On Tuesday 8 July 2014, the States of Jersey approved an amendment by Senator Ian le Marquand to the proposition to allow same-sex marriage that had been brought by Deputy Sam Mezec. The amendment effectively stalled the progress towards equal marriage in Jersey by making it subject to a consultation by the Chief Minister, Senator Ian Gorst. Apparently, many of those who voted for the amendment did so because of the immoderate language being used by supporters of the original bill. The words “homophobia” and “homophobic” were used on more than one occasion to describe others with opposing views.
On the very same day, Trans* Jersey received two emails from trans* islanders, independently, reporting that they had been the victims of abuse and assault. In both cases, they were physically at risk of injury. In both cases, the attacks were simply because the victims were trans*. As you can imagine, Tuesday was not a good day for me.
However, the two reports put the States’ debate into perspective and meant that I did not vent my disappointment over the States’ decision by calling-out politicians on Facebook or Twitter as some did. Apart from acknowledging that there might have been any number of reasons why a States’ member voted against same-sex marriage, such as feeling ill-prepared for the debate, there is another reason why all of us should be moderate in our response to setbacks in the struggle for equal marriage.
Nobody in the States’ chamber on Tuesday was homophobic. Those who have been the victims of homophobia, transphobia or biphobia know it when they see it. *Phobia isn’t an off-colour joke or a misuse of a pronoun or a disagreement over equal marriage. It is a deep-seated hatred of LGBT people that makes a person capable of acts of verbal or physical cruelty to the target of his or her hate. Until you have been the victim of a hate crime, you cannot know *phobia. There is something in the eyes, something in the tone of voice, that LGBT people recognise as *phobic. It’s when the adrenalin starts pumping and the body goes into fight or flight mode.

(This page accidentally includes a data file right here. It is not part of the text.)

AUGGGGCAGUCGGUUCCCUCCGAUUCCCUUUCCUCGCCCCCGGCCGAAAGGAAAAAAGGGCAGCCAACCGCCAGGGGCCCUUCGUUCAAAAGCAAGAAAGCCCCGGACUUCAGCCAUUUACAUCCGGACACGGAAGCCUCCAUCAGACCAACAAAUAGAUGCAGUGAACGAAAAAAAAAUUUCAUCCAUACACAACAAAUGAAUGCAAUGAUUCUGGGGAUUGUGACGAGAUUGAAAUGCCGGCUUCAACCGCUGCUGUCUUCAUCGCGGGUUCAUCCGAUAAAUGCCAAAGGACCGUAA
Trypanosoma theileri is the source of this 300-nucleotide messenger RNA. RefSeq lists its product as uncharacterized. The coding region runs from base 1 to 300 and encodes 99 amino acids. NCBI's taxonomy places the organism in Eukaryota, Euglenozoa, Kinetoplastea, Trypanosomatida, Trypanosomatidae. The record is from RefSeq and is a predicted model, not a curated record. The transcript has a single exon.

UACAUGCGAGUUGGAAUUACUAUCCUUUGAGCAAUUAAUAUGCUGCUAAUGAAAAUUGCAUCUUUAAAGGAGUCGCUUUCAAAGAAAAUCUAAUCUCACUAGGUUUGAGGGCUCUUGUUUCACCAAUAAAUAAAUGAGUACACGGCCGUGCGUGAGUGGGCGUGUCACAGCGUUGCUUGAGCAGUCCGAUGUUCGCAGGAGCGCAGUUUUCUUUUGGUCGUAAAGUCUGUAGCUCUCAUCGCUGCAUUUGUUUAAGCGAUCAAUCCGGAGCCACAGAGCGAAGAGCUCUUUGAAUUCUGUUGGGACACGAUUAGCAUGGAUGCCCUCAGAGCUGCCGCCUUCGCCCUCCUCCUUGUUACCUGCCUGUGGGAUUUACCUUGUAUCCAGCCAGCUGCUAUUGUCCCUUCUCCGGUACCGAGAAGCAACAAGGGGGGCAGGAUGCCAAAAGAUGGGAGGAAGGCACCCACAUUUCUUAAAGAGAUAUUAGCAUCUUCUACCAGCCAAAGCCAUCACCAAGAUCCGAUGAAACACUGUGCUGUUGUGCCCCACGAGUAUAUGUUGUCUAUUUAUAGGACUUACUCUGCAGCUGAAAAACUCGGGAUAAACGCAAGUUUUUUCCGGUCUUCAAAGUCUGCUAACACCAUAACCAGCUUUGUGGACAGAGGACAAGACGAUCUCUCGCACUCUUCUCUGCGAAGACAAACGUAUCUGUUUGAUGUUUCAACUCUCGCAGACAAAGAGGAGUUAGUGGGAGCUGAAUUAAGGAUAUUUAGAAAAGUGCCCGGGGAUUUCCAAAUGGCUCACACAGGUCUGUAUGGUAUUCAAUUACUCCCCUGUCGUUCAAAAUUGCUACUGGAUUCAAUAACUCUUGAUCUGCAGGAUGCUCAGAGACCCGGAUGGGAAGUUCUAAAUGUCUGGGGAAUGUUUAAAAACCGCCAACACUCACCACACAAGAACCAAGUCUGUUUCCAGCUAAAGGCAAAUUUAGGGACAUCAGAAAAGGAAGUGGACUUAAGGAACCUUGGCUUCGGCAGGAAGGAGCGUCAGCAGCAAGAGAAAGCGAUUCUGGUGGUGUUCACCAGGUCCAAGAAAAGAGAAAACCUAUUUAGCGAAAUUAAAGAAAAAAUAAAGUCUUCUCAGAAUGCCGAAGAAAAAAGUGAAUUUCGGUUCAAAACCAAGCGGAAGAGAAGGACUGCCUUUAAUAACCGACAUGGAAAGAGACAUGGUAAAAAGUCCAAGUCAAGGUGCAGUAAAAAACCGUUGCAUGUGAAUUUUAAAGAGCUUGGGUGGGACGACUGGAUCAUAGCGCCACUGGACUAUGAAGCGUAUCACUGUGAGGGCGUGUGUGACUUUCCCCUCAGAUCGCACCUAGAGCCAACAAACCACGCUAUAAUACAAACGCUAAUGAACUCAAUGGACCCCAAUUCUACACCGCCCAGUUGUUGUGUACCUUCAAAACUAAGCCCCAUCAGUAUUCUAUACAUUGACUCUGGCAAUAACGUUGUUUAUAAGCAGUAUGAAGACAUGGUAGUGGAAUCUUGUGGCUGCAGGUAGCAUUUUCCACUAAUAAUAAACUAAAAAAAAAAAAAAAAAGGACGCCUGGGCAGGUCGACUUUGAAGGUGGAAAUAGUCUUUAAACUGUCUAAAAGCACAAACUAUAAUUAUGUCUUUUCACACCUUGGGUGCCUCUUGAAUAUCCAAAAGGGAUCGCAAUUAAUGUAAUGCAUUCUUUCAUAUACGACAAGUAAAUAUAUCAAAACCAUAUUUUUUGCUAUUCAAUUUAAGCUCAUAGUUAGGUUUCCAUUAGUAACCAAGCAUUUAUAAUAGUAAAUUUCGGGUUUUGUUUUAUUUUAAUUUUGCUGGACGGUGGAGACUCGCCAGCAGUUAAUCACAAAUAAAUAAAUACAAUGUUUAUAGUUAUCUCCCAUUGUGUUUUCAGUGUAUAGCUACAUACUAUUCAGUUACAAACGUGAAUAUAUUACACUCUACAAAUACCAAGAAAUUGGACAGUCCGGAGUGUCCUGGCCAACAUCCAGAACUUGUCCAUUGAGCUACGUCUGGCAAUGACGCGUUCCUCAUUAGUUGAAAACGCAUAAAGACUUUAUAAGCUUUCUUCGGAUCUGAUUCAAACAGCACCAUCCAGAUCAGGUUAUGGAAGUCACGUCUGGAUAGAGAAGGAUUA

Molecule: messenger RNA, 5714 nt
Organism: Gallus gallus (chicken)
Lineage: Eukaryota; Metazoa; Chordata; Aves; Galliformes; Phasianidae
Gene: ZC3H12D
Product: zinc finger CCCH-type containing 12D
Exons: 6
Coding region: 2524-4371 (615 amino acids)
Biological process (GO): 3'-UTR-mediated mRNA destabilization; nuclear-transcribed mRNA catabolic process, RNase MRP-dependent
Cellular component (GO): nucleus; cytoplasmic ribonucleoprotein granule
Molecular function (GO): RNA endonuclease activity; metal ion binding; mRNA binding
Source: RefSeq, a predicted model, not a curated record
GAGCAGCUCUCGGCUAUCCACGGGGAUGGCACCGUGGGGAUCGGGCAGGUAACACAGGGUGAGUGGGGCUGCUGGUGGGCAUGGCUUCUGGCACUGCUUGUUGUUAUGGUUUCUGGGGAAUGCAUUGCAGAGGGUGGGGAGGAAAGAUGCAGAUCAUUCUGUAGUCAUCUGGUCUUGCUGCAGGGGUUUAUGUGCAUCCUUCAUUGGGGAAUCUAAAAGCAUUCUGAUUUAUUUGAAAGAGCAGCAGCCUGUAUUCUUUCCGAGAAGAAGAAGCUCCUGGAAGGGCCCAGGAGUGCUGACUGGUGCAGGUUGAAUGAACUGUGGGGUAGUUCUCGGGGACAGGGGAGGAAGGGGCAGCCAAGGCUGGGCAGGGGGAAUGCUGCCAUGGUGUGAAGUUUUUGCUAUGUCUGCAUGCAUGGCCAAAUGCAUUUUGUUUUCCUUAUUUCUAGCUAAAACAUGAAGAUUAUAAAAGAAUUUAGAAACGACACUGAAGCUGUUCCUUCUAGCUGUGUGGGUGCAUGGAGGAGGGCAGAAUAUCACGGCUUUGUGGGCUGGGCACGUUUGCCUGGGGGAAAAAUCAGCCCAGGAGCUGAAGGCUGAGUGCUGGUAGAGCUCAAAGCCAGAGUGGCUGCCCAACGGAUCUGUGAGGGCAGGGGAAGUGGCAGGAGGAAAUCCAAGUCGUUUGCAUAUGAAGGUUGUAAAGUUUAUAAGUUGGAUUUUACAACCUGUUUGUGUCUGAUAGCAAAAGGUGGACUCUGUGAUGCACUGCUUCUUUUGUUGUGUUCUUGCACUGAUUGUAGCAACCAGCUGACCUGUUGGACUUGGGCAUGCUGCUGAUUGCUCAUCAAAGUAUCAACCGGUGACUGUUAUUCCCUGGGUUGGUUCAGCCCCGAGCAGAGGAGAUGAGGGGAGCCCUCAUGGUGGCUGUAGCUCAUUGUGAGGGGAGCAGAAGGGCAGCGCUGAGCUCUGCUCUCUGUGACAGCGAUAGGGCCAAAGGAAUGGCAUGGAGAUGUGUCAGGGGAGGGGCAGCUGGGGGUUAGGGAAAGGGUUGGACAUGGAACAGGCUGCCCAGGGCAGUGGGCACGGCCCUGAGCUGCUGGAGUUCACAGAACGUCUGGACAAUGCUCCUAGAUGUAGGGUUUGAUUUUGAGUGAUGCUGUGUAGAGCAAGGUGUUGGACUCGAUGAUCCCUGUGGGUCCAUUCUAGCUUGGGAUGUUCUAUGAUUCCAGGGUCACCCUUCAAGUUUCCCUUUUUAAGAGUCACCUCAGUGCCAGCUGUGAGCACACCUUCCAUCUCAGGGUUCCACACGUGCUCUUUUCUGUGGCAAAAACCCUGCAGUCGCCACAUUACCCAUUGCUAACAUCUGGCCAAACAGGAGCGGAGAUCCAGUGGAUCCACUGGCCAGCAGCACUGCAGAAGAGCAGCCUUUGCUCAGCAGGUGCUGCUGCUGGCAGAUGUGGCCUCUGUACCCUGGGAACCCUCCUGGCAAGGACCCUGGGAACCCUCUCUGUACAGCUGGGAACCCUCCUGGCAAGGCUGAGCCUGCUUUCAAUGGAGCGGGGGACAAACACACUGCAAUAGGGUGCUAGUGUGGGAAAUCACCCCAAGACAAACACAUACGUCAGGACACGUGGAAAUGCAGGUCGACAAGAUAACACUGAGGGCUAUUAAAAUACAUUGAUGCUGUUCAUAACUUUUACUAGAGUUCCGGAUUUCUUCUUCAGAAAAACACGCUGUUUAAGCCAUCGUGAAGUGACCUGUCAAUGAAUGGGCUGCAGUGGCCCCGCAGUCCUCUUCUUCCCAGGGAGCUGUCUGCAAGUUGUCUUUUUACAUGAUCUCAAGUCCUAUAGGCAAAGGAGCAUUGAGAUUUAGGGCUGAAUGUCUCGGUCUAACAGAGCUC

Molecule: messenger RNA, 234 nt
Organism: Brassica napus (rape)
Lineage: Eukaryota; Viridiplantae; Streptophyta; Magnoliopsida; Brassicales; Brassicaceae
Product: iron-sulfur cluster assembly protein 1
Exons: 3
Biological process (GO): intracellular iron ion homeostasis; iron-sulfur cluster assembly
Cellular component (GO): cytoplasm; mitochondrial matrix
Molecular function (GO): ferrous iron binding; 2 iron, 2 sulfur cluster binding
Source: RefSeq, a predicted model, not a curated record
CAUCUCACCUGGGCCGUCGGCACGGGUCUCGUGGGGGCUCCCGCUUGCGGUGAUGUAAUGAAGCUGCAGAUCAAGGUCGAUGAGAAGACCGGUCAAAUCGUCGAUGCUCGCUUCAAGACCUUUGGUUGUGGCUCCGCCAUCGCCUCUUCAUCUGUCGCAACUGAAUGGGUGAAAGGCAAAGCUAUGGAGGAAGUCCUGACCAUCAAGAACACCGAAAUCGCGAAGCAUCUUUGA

When a white, heterosexual, male calls people who don’t share his political view on same-sex marriage “homophobic”, he needs to be very careful. Overuse and misuse of any word can remove its power. Homophobia, transphobia and biphobia are important words to the LGBT community for they are they only way we have of describing the most heinous of crimes against us. These words must not be cheapened by those who are unlikely ever to be the target of a homophobic, transphobic or biphobic attack.
I would like to say to our allies: thank you for your support, thank you for fighting for equality for us, thank you for being allies, but please be careful of the language that you use when you speak on our behalf.
And then, on Saturday 12 July 2014, this happened. Estimates of the number of people who turned out vary but there were certainly hundreds, possibly 1,000 people there. King Street was filled with love, pride and lots of rainbows for what was Jersey’s first ever LGBTQ rights march or equality rally or pride parade. In the end, nobody was sure what it was and, actually, it didn’t seem to matter. We were there to show that we exist. Every human population has an LGBT community. Visible or forced underground, it is there. Our detractors conveniently forget that fact but, sometimes, we do too and when we do, even an island of 9 miles by 5 miles where “everyone knows everyone”, can seem like a lonely place. Saturday was about reminding ourselves that we aren’t alone, that there are others like us, others who also share our desire for equality.
Rallies often don’t accomplish much but this one felt different. This one felt like a moment of change. Maybe because, during the week, the feelings of anger towards the States for their decision dissipated and were replaced with a feeling of solidarity. I thank the organisers of Saturday’s event for being the catalyst that brought us all together in Liberation Square. Every LGBT person in Jersey now knows, for sure, that there is a community here to which they belong and who will stand up for their beliefs in a fair and equal society.